The three sprockets on the bike have no effect on the gaps. That's entirely determined by the internal gears of the gearbox. Where the sprockets do have an effect is on the ability to start out on a hill carrying a load, for which low overall gearing is needed, and the ability to cover long distances on flat highways at reasonable speeds but with low-ish rpm to minimize wear on the engine, for which high overall gearing is needed. Since one can't have both low and high simultaneously, compromise is needed. In my case, I expect longevity to be more of an issue than slow speed riding, so I will be gearing for a high overall ratio to keep the rpms down while covering the Great Plains at 50 or 55 mph.chris.vredenbregt wrote:I don't know what effect it has on the gaps between the gears
I'm doing my best to ride this event using 1928 technology except where that would be impossible (e.g. using 1928 oil) or unsafe (e.g. using a tiny stoplamp). The only real exception to this that I can think of is my bike came with a magneto but instead of swapping for a magdyno I'll use LED bulbs and a battery that I'll recharge overnight. However, that's actually not much of an exception since light bulbs are the only modern technology and they don't provide any substantive "performance advantage" for the machine. As I wrote previously, use of the Chronometric instead of a period-correct speedometer is for the sentimental connection with Val Page's later work.marcus whatling wrote:You could check your speedo with a modern GPS type thingy
Although they never quite mastered it, Lucas had discovered electricity by 1928 so lighting with actual light bulbs was an official option for my Model C.marcus whatling wrote:So you don't fancy the pyrotechnics of the acetylene lights .
I agree, but "high" and "low" is the terminology that Ariel used, and that also is used for the club's reproduction gearset, so it's probably best to use it here to minimize the chance of confusion.nevhunter wrote:Generally I refer to a close or wide ratio gearbox when discussing these alternatives.
From a table in the original Ariel manual I infer that they considered redline to be ~5500 rpm. With its current 23T engine and 19T gearbox sprockets, running it at 50% of redline would be 48 mph, and with the 21T gearbox sprocket I intend to fabricate for it (I already have the sprocket, but need to broach the splines), that would be 53 mph. At a more modest 43% of redline(*) the speed would be 45.5 mph with the larger 21T gearbox sprocket.nevhunter wrote:The USA one emphasises speed so your engine needs to stay on song for a long time.
My Arial has an open primary case, but it also has two breathers with outlets that drip its "total loss" oil on the primary and the main drive chain. However, there's enough side clearance for me to use "maintenance-free" X-ring chains for both and they should last the length of the Cannonball without lubrication.nevhunter wrote:Also I oil the front chain about every 100 miles where it's not in an oil bath.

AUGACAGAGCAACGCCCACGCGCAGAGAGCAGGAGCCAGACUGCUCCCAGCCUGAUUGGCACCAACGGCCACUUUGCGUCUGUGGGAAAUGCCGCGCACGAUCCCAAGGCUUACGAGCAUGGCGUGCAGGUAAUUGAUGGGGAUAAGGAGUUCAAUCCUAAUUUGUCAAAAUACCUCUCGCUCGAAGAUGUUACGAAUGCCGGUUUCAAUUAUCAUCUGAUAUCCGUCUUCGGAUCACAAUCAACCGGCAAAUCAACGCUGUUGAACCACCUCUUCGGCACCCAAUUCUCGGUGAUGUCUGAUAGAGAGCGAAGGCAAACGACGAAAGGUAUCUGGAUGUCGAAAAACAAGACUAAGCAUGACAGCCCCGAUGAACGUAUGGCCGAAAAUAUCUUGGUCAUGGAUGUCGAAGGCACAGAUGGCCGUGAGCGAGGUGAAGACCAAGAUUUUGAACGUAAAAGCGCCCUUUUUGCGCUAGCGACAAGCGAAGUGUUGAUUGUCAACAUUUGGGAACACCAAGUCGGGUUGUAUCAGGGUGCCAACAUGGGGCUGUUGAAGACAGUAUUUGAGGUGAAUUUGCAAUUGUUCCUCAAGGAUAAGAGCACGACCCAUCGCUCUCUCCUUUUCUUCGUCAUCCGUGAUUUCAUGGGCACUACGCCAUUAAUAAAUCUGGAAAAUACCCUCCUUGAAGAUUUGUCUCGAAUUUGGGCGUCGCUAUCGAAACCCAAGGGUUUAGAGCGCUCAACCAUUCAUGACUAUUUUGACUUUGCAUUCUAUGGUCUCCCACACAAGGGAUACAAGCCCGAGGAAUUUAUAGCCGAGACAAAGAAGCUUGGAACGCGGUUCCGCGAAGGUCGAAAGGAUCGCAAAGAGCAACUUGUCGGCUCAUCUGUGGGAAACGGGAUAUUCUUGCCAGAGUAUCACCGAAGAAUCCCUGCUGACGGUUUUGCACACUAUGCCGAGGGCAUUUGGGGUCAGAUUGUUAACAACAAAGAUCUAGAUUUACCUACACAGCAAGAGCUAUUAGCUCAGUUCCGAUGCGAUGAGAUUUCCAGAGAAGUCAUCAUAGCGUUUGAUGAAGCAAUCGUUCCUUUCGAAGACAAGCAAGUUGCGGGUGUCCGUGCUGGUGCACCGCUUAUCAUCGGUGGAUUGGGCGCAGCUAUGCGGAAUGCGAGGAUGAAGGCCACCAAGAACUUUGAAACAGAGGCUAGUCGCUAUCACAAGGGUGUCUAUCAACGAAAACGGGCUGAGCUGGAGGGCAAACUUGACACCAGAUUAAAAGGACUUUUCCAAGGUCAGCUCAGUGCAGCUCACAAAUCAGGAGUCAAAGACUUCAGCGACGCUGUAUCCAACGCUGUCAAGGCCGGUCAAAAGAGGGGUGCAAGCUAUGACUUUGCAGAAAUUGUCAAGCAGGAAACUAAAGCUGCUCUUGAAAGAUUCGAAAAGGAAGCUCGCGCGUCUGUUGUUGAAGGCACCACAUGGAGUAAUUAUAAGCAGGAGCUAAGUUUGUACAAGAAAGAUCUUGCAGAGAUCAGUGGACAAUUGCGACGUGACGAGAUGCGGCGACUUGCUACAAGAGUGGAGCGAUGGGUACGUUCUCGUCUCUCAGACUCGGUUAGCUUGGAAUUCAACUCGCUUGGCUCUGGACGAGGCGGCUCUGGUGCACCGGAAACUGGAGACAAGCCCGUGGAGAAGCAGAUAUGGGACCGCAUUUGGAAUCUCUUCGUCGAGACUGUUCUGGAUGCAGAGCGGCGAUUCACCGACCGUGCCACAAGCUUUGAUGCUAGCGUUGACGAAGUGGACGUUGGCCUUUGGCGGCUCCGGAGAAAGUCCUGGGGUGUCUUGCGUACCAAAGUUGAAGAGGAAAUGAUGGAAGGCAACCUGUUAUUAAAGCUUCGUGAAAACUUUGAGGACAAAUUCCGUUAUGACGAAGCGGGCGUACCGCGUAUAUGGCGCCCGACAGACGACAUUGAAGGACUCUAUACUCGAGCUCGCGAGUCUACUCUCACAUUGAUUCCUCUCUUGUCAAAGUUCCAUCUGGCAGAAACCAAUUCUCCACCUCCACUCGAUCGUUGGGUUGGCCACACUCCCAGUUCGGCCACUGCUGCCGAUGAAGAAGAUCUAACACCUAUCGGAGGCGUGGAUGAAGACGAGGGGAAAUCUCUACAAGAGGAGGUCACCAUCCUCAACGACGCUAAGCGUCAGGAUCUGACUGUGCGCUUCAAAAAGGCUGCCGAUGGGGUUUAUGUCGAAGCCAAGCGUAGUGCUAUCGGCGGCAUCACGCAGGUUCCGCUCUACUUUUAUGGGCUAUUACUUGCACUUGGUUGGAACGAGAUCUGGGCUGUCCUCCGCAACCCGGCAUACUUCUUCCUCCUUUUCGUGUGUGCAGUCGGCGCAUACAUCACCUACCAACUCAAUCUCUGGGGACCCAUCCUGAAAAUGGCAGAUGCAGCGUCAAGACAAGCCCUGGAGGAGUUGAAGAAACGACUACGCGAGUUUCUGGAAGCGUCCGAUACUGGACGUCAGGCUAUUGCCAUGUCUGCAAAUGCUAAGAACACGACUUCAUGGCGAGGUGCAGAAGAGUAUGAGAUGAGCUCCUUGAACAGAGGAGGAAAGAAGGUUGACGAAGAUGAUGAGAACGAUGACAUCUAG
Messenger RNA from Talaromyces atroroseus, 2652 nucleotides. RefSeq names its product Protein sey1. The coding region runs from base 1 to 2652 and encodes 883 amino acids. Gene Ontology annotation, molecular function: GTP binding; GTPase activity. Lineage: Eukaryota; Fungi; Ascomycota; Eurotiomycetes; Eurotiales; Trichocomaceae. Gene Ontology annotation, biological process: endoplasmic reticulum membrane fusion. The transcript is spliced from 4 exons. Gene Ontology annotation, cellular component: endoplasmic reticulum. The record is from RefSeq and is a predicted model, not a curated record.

I agree completely, which is why I'm rebuilding the bike from the ground up. I've finished the girders and front wheel, as well as the rear wheel, so the "only" things left are the engine and gearbox... Since I'm doing such thorough preparation, fingers crossed that, with luck, I won't need good luck. Touch wood...nevhunter wrote:Preparation is everything ... Good luck.
A seven-day, 1200-mile ride I took in October on Gold Stars gave me a small taste of what I'll face. Although the bikes are "modern" by comparison, they aren't all that modern. A friend had flown in from Europe to accompany me but the daily maintenance of both bikes fell to me so I know the feeling of a succession of long days followed by evenings in the parking lot keeping bike(s) in good condition for the next day.brenton.roy wrote:I think you'll do the 400km OK, but it'll be close to the limit of sun up till sun down travel.
I'll be taking lots of spares (three extra of everything I won't end up needing and none of what I do...) but X-ring chains of the correct size deal with more than 5x the maximum h.p. of the Ariel so wear may not be as significant as you fear.brenton.roy wrote:Primary chain wear is more pronounced than for drive chain. Take at least one spare.
Indeed. When I found myself with an entry and started looking for a bike to use -- it has to be at least 90 years old -- what I didn't want was a Harley or Indian because "everyone" else would be on one of those. Initially I looked for a British V-twin but I didn't see myself "investing" Brough Superior levels of money for this Cannonball folly... er, I mean rally, and other possibilities were elusive. Anyway, I ended up with the 1928 Ariel. It squeaks in under the cutoff date so has just about the most modern technology that's eligible.brenton.roy wrote:It's an obvious thing to say, but these motors weren't designed to be driven in the way you intend.
I arrived in your fine country just a week ago. However, no possibility to organize any motorcycle riding because I was there for only three days. Two years ago a friend loaned me a Gold Star for a day-long ride on the roads to the west and south of his home at the western edge of Sydney and it was a spectacular day. I may be back next November for the BSA International in Grampians National Park, but after 4000 miles on a rigid-frame bike in the September Cannonball there's the chance I'll never want to get on a motorcycle again for the rest of my life...brenton.roy wrote:I've attached a couple of photo's for your jollies. These long rides are fantastic adventures, and not to be missed.
Can't wait to take them.brenton.roy wrote:Can't wait to see your pic's.